“This is not a time for advice-I do not give it. It is a time for command. What would soldiers think of a commander who gently advised them to arm them­selves, form in ranks and attack a vague objective?"

He made this ridiculous by aping the circumlocu­tion and hesitant courtesy of such an officer.

“Would you want to be in that army a single day? Tell me!" he shouted, in the midst of his hearers' laughter.

"No," they shouted back at him, still laughing. "would you want to have a general who would command?"


“Well, now, you have got him. If I obey the Commander-in-Chief, have I not a right to command?"


“Does He command you to repent?"


"Then repent, you sinners, of your stinkpot busi­ness, of your. liquor. Repent, you sinners, of your sins, your adulteries, your fornications-"

A high, full-throated scream cut like a saber through the preacher's eloquence, the people's tense absorption. For a long moment it held, while Her­bert's heart seemed to die in his chest, breath to be snatched from his throat. Then slowly the sound dropped lower and lower in pitch. It had begun




an ecstasy of fear-it ended .a howl of agony.

Herbert, sitting on a front seat of the balcony, gradually recovering his breath and senses, saw that the sufferer was a well-dressed young woman sitting just below him on the ground floor. Her head was turned sharply to her right and bent back at a sick­ening angle, as if wrenched by unseen hands. Her face was thus turned toward him and he saw that it was knotted with pain and terror. As he averted his eyes he heard the General Overseer shout:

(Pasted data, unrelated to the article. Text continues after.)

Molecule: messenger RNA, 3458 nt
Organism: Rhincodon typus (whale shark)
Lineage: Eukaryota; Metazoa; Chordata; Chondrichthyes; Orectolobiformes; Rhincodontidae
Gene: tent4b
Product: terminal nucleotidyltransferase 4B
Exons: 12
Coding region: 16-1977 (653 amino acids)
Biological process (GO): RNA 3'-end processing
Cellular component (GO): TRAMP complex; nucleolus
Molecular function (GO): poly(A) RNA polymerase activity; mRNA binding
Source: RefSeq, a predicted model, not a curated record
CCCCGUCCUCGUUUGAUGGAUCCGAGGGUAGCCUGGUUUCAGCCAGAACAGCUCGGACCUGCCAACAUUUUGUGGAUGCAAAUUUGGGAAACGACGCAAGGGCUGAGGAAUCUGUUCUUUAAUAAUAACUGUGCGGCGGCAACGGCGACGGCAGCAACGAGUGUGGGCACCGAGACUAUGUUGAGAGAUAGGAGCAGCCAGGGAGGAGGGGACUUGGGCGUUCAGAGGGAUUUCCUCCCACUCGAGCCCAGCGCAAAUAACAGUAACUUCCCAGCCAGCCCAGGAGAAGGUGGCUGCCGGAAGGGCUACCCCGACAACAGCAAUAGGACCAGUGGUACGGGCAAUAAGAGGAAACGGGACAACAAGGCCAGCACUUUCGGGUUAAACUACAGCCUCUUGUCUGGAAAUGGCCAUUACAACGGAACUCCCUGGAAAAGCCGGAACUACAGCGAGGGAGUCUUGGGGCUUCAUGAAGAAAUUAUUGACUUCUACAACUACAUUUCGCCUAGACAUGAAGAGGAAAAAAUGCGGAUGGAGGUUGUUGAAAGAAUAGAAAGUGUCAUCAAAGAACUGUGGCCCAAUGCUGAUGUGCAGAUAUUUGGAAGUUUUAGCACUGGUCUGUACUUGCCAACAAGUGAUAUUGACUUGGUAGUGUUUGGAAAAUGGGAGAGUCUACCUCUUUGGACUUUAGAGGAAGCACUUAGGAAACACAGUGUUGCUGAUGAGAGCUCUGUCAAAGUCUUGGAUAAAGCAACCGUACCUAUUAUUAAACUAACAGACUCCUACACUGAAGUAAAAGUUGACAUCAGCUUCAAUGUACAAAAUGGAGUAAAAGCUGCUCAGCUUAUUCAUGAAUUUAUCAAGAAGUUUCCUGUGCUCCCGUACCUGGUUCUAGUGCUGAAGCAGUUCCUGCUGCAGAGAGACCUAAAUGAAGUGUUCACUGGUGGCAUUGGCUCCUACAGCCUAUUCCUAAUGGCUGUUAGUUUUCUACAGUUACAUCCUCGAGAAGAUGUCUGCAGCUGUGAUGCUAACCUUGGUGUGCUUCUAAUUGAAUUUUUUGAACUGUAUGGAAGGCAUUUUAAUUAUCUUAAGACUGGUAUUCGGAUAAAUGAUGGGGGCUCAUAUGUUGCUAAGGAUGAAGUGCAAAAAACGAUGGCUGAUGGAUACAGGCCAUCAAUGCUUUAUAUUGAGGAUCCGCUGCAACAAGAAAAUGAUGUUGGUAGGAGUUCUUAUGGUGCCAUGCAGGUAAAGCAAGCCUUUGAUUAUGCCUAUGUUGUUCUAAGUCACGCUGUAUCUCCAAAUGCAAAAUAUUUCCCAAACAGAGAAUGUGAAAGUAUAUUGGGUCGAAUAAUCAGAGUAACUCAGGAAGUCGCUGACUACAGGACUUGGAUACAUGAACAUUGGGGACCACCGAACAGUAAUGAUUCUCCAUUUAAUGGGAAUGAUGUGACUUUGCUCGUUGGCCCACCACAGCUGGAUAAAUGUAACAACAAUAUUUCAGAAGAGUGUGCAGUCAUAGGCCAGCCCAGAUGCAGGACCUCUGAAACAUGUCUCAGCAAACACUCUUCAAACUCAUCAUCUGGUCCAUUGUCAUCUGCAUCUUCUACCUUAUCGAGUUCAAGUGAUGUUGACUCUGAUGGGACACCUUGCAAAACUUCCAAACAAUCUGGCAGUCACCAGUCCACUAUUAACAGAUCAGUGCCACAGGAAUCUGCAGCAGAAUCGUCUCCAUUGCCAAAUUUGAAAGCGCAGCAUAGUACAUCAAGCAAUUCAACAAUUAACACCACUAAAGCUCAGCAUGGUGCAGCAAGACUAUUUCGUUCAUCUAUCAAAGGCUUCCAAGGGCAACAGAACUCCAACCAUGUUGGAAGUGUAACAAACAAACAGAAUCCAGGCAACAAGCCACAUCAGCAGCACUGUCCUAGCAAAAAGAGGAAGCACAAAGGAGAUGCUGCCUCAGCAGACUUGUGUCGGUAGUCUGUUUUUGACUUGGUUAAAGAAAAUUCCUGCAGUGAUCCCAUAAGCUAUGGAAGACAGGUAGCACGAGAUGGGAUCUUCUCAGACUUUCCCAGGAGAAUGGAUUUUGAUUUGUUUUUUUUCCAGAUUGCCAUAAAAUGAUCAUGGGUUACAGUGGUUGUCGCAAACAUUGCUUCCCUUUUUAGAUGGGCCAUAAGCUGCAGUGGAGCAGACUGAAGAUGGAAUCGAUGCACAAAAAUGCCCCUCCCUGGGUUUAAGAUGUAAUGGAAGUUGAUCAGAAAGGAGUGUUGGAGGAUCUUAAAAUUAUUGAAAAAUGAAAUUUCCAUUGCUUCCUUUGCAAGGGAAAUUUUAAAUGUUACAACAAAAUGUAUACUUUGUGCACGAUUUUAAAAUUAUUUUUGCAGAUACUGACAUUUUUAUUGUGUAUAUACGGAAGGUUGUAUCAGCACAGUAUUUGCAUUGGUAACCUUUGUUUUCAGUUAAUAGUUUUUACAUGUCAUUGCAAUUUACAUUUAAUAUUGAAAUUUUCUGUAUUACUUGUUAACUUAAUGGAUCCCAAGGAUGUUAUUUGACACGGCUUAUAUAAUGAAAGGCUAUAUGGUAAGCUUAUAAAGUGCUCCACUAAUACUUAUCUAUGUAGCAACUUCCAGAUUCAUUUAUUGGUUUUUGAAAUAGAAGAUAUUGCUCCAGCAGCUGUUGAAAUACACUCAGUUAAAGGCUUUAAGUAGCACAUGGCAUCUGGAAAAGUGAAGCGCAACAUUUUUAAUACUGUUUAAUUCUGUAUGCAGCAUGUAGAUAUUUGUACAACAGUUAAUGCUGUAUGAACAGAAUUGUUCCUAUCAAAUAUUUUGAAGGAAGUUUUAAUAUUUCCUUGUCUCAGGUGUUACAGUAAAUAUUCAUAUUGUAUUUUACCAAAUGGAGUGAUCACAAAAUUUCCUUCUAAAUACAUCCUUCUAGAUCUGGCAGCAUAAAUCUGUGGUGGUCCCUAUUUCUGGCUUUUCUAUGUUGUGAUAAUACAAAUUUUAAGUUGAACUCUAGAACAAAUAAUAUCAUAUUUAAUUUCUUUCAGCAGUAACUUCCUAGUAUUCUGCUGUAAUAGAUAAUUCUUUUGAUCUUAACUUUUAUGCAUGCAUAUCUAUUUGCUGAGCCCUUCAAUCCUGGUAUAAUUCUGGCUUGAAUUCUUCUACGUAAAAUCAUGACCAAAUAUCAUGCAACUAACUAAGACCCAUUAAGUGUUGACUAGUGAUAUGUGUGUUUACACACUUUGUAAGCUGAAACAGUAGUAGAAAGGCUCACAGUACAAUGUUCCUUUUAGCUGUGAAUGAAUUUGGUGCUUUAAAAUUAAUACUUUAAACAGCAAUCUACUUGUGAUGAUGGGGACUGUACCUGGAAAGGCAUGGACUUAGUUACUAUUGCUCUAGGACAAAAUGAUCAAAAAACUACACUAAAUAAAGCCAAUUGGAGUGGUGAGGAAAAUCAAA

“Come out of her, you dirty Devil!"

He was leaning far over the edge of the platform, stamping and bellowing, his eyes blazing, his face turgid.

“Leave her, in God's Name, you foul fiend!"

Again Herbert looked at the young woman. Jerk­ing convulsively, her body was hurled from side to side, backward and forward, thrashing against those around her.

Guards and ushers had gathered, by this time, and her now seemingly lifeless form was carried out.

Resuming his discourse, he reiterated the divine authority of his ministry.

“But," he said, “my place of command is no bed of roses. I will quickly change places with any of you who will show me that you hold a commission from God.

“Are you willing to surrender your individual lib­erty that the army of God may smite the Devil hip and thigh?"


“Do you know what you are promising? The



battle will wax hotter and hotter. Some of you will lose your lives for His sake.

“Will you enlist with me-for a year?"

Audience: "For life!"

“For two years?"

“Forever: for life."

“May God grant it," said the preacher.

And then he made them rise and repeat after him, sentence by sentence, a prayer of consecration that bound them to him more strongly than ever.






About a week before Christmas, one day at their luncheon, Dr. Dowie handed Herbert a long list 'of Chicago names and addresses. “These," he said, "are members of Zion who own business and residence property in Chicago.

“You have had experience in this business. I want a complete list of all the property owned by Zion people, not only in Chicago, but all over the world. We can do a great deal for our people when they want to buy or sell property. I have even more im­portant things in mind, which I cannot talk about now. As a beginning, we can get our Chicago list in proper shape. So I want you to call on all these people, and get full information about their hold­ings."